Los Angeles — In a neighborhood that has seen little new construction during the last 20 years, one affordable housing developer has boldly taken on four key projects at once.
Two of them – the 121-unit affordable family development Tesoro Del Valle and the adjacent 102-unit affordable seniors housing complex Camino Al Oro – opened their doors in the first quarter of this year.
Next to these apartments, a 165-unit mixed-income condominium project called Puerta del Sol is under construction. And, across the street, a 146-unit affordable family project named Flores Del Valle is being built. This property will feature a day-care facility for 50 children. These last two projects are expected to open in late 2006.
AMCAL Multi-Housing, Inc., is developing all four projects, which will add more than 500 new housing units and mark a significant investment in Lincoln Heights, a neighborhood that’s not used to the sounds and smells of new construction. Bordered by 26th Avenue, the developments stand as separate and unique projects, but they work together with complimentary colors and design.
“What you have there is a changing landscape,” said Los Angeles City Councilman Ed Reyes, who represents the neighborhood and supported the project. The area is one of the original suburbs to downtown L.A. Over the years, it’s been home to several different immigrant groups, including the many Latino and Asian families that live in Lincoln Heights today.
Industrial sites have long been a part of the neighborhood landscape, and those properties are beginning to be redeveloped as well, Reyes said. The new capital coming into the area is changing the neighborhood, and it will be important to make sure that housing stays accessible to the people who live in the community, he said.
Reyes pointed out that the Avenue 26 developments address a range of needs.
The new projects also signal the first significant housing development along the city’s portion of the Pasadena Gold Line, a metro line that runs between downtown Los Angeles and Pasadena.
“The project is an opportunity to revitalize the entire community,” said Percival Vaz, AMCAL president.
Being next to the new transit line is one of the unique features of the projects, he said. The metro station had yet to open when AMCAL began its pioneering project.
AMCAL became involved when Vaz and his team were shown the site by a broker more than two years ago. A closed furniture factory stood on the roughly seven-acre property. The building was boarded up and covered with graffiti.
Receiving strong community and political support to redevelop the property, AMCAL decided to take on the project. The company, one of the largest low-income housing tax credit (LIHTC) developers in the state, received 9% tax credit reservations for all three of the affordable developments.
The developments put the longtime company in line for its biggest year, with about 1,000 units coming online in 2006, according to Vaz, who estimated that a similar number will begin construction.
Financing for Tesoro Del Valle, which features a four-story craftsman-style design, included more than $11 million in tax credit equity from Sun America Affordable Housing Partners. California Bank & Trust provided a $6 million construction loan, and the California Community Reinvestment Corp. (CCRC) provided a $5.9 million permanent loan. The project has 48 two-bedroom units, 65 three-bedroom units and eight four-bedroom apartments. Targeted at families earning between 30% and 60% of the area median income, the apartments rent from about $500 to $1,100 per month.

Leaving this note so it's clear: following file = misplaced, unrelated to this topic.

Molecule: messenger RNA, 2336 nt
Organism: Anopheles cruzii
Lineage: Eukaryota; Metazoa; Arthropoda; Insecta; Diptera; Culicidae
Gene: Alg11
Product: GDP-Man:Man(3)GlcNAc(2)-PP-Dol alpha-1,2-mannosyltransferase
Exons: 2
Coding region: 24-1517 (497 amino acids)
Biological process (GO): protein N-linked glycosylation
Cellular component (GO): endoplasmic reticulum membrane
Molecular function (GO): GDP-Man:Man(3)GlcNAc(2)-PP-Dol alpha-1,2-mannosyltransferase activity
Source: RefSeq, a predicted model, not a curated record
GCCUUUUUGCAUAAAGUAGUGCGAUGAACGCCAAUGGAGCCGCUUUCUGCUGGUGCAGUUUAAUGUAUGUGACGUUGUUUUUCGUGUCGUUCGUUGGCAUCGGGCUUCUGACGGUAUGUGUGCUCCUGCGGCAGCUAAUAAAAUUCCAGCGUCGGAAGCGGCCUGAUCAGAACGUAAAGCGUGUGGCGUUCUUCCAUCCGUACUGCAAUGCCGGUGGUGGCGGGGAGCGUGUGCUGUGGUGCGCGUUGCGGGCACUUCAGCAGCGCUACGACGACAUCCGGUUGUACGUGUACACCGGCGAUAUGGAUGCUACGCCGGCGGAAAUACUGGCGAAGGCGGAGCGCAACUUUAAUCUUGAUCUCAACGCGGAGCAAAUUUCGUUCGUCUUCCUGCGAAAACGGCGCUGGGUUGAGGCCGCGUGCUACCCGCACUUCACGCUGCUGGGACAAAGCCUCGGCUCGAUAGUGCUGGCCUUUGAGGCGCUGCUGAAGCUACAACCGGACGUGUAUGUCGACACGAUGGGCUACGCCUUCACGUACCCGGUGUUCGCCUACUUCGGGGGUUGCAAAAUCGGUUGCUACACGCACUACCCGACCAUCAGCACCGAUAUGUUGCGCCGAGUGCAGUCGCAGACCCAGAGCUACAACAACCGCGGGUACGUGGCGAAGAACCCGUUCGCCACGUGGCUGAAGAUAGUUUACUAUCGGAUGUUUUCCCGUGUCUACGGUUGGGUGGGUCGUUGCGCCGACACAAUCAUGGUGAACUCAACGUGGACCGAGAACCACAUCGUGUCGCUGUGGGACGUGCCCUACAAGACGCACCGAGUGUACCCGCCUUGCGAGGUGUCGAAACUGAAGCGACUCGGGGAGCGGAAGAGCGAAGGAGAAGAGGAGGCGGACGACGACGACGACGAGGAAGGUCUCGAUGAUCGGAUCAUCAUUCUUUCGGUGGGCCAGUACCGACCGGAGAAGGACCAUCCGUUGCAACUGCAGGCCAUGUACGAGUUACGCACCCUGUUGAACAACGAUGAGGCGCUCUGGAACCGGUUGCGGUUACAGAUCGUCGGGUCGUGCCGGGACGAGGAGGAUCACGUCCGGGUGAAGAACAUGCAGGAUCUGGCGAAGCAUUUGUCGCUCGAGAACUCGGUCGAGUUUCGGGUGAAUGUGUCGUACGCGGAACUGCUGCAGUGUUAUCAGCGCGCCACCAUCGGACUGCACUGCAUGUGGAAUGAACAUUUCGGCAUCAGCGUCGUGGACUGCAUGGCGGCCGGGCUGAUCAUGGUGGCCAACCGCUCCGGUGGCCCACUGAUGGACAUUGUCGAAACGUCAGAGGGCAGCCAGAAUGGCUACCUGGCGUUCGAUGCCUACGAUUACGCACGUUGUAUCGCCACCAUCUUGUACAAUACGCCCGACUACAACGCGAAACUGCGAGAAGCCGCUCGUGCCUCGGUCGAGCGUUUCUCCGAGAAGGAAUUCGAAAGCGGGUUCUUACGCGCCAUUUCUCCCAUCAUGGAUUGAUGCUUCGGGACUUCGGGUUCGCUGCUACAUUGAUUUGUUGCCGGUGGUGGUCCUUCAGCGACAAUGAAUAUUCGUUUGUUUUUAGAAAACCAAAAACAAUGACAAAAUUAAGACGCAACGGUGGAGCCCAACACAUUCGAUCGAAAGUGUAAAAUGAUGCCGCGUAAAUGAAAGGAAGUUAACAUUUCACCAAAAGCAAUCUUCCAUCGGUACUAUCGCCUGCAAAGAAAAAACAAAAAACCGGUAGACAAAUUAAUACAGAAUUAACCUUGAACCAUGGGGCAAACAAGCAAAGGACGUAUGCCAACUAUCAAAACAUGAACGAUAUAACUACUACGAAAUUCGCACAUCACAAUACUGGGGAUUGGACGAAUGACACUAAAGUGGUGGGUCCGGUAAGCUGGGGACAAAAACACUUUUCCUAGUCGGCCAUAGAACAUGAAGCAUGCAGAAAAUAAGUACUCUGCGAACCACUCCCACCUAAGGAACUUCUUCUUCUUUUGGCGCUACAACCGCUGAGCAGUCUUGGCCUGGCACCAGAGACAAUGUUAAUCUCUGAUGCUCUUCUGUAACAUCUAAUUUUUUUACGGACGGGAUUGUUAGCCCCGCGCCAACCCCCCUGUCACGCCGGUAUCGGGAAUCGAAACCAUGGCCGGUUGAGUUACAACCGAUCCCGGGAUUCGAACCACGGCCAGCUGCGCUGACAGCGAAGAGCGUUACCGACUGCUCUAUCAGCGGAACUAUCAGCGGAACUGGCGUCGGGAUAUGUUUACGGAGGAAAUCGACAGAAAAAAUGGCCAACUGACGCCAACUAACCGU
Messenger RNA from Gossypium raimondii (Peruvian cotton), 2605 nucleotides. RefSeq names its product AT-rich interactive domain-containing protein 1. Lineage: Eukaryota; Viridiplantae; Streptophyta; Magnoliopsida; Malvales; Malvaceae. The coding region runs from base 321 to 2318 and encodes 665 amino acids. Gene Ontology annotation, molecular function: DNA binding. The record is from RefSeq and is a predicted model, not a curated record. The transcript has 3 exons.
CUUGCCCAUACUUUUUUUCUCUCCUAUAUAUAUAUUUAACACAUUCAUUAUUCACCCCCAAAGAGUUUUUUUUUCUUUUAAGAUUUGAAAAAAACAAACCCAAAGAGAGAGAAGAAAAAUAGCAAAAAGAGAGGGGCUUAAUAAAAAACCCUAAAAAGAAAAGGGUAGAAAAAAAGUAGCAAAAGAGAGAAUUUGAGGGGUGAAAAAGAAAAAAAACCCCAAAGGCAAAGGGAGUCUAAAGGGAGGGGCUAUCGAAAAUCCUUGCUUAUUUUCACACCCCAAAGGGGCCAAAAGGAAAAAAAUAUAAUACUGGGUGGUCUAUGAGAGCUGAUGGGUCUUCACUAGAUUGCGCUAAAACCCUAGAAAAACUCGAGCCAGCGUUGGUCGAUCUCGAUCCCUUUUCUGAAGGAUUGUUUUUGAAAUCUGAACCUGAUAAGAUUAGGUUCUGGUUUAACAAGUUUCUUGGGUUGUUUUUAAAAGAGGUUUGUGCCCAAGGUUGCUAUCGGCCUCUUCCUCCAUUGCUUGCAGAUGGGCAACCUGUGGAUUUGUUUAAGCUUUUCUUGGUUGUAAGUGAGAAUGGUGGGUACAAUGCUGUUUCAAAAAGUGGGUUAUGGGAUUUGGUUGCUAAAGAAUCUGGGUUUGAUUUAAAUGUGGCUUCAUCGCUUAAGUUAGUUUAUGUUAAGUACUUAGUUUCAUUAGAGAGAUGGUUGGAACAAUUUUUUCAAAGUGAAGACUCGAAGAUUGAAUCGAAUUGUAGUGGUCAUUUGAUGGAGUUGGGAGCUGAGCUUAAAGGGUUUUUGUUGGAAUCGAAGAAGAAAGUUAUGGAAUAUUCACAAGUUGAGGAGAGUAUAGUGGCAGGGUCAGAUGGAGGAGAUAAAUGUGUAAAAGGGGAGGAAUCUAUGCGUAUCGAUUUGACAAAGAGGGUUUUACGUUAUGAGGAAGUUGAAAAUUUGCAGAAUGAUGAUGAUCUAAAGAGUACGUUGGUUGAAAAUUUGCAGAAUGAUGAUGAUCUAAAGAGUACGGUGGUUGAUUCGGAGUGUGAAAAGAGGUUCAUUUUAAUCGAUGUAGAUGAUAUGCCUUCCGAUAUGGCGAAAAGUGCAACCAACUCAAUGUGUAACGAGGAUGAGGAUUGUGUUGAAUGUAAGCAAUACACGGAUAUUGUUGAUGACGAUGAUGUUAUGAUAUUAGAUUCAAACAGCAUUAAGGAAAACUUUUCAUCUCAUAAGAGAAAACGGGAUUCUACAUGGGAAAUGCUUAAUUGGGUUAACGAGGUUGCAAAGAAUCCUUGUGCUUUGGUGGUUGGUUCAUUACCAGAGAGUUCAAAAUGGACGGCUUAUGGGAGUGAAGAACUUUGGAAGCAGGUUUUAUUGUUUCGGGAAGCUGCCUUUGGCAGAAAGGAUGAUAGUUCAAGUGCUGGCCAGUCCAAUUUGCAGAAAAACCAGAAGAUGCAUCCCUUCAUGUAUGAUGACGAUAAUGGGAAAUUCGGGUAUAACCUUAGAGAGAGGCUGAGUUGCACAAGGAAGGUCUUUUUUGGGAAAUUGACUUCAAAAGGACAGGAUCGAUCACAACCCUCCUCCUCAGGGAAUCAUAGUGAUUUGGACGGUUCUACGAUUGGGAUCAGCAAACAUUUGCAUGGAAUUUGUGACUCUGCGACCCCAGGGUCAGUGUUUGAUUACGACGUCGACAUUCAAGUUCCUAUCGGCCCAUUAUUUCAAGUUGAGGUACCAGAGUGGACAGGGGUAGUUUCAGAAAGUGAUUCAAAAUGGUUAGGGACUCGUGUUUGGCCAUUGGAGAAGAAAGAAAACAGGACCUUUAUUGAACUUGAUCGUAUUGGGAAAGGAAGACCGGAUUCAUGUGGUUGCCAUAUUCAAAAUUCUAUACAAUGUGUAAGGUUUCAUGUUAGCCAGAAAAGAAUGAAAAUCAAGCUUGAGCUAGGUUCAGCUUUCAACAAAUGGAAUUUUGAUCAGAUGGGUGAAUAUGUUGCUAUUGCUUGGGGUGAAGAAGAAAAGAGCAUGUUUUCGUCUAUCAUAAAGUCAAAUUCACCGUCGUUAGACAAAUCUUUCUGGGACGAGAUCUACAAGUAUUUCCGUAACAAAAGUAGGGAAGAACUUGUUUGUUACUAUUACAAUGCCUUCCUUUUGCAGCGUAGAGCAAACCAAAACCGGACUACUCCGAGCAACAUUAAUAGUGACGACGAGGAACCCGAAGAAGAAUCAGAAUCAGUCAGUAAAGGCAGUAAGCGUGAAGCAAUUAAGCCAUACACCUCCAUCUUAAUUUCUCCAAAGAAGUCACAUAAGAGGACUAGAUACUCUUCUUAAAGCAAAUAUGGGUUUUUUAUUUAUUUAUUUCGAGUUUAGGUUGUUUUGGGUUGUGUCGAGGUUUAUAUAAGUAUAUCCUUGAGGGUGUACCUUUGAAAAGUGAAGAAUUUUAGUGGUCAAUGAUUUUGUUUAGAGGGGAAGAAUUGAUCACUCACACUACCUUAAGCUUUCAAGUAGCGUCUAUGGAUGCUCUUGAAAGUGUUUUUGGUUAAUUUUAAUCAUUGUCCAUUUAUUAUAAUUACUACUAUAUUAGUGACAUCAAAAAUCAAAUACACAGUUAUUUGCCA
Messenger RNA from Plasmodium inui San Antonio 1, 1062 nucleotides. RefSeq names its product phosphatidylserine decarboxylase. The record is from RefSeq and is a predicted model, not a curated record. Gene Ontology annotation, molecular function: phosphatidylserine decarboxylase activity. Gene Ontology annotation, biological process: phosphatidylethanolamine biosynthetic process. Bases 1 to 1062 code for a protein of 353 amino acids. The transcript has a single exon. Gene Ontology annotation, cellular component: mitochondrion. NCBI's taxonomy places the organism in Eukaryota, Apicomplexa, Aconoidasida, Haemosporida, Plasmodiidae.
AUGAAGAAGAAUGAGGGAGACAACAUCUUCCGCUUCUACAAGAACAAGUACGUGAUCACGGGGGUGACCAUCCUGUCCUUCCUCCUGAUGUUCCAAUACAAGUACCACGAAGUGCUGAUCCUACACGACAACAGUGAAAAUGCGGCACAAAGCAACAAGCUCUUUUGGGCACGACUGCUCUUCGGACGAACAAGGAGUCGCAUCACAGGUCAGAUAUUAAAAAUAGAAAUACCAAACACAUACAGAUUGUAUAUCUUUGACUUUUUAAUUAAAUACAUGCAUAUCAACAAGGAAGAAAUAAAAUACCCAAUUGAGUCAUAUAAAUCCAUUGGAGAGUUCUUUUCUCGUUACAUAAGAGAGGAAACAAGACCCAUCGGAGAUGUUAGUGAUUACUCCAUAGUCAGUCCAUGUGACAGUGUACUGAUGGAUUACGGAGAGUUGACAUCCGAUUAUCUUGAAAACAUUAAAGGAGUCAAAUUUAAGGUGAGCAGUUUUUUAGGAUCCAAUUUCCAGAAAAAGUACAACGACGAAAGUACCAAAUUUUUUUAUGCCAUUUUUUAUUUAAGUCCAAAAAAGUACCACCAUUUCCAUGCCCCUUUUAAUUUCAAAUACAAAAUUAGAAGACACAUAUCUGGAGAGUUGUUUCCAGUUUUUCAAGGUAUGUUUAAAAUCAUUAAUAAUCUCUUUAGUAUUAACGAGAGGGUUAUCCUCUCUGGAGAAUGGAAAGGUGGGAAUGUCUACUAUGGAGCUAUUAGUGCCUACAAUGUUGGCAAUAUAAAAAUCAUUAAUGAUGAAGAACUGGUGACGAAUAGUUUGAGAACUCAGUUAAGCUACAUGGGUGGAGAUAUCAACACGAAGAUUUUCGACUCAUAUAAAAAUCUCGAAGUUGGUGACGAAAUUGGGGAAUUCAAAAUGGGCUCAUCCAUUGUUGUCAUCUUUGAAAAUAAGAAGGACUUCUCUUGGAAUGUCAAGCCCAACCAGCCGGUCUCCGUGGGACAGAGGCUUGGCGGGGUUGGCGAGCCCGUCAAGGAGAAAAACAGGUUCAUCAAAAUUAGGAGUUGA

Financing for the neighboring three-story Camino Al Oro senior apartments included about $6.5 million in tax credit equity from Sun America, a $3.6 million construction loan from Wells Fargo Bank, and a $3.6 million permanent loan from CCRC. These apartments also target people with incomes between 30% and 60% of AMI, and rents are from about $400 to $875 per month.
AMCAL could have made the entire project rental apartments, but decided to include workforce condominiums to add diversity in the neighborhood, according to Vaz. Equity financing for Puerta del Sol is being provided by the Genesis L.A. Economic Development Corp.’s Genesis Workforce Housing Fund. The fund is managed by the Phoenix Realty Group, which has called the condos the nation’s first for-sale workforce housing project financed by institutional capital. Prices for the condos are still being determined, but officials anticipate that they will start in the $300,000s. The Los Angeles Housing Department will provide downpayment and other assistance for qualified buyers who earn up to 150% of the AMI. About 2,000 names have been taken for the 165 units.
Individually, each development is similar to the projects that AMCAL has built in the past. Together, however, they provide “a bigger palette to work with,” said Sean Hyatt, vice president of development.
Some of the extra touches included double-wide sidewalks and old-fashioned streetlamps. Tesoro Del Valle has a craftsman-style design, and Puerta del Sol will have Art Deco touches to play off some of the shapes and designs found in the neighborhood.
The affordable projects were designed by Van Tilburg, Banvard & Soderbergh. The architect for Puerta del Sol was Meeks + Partners.
Like many builders, AMCAL was caught by the sharp spike in material and labor costs. The firm has a large database of historic information to help officials gauge costs, but that did not help much in 2005 because prices went beyond expectations.
Some of the steps that AMCAL has been taking to cope with rising costs include locking up prices as early as possible. Also, instead of budgeting based on conceptual plans, the firm is taking plans to a project-ready level and then bidding them out, which requires more capital upfront, Vaz said.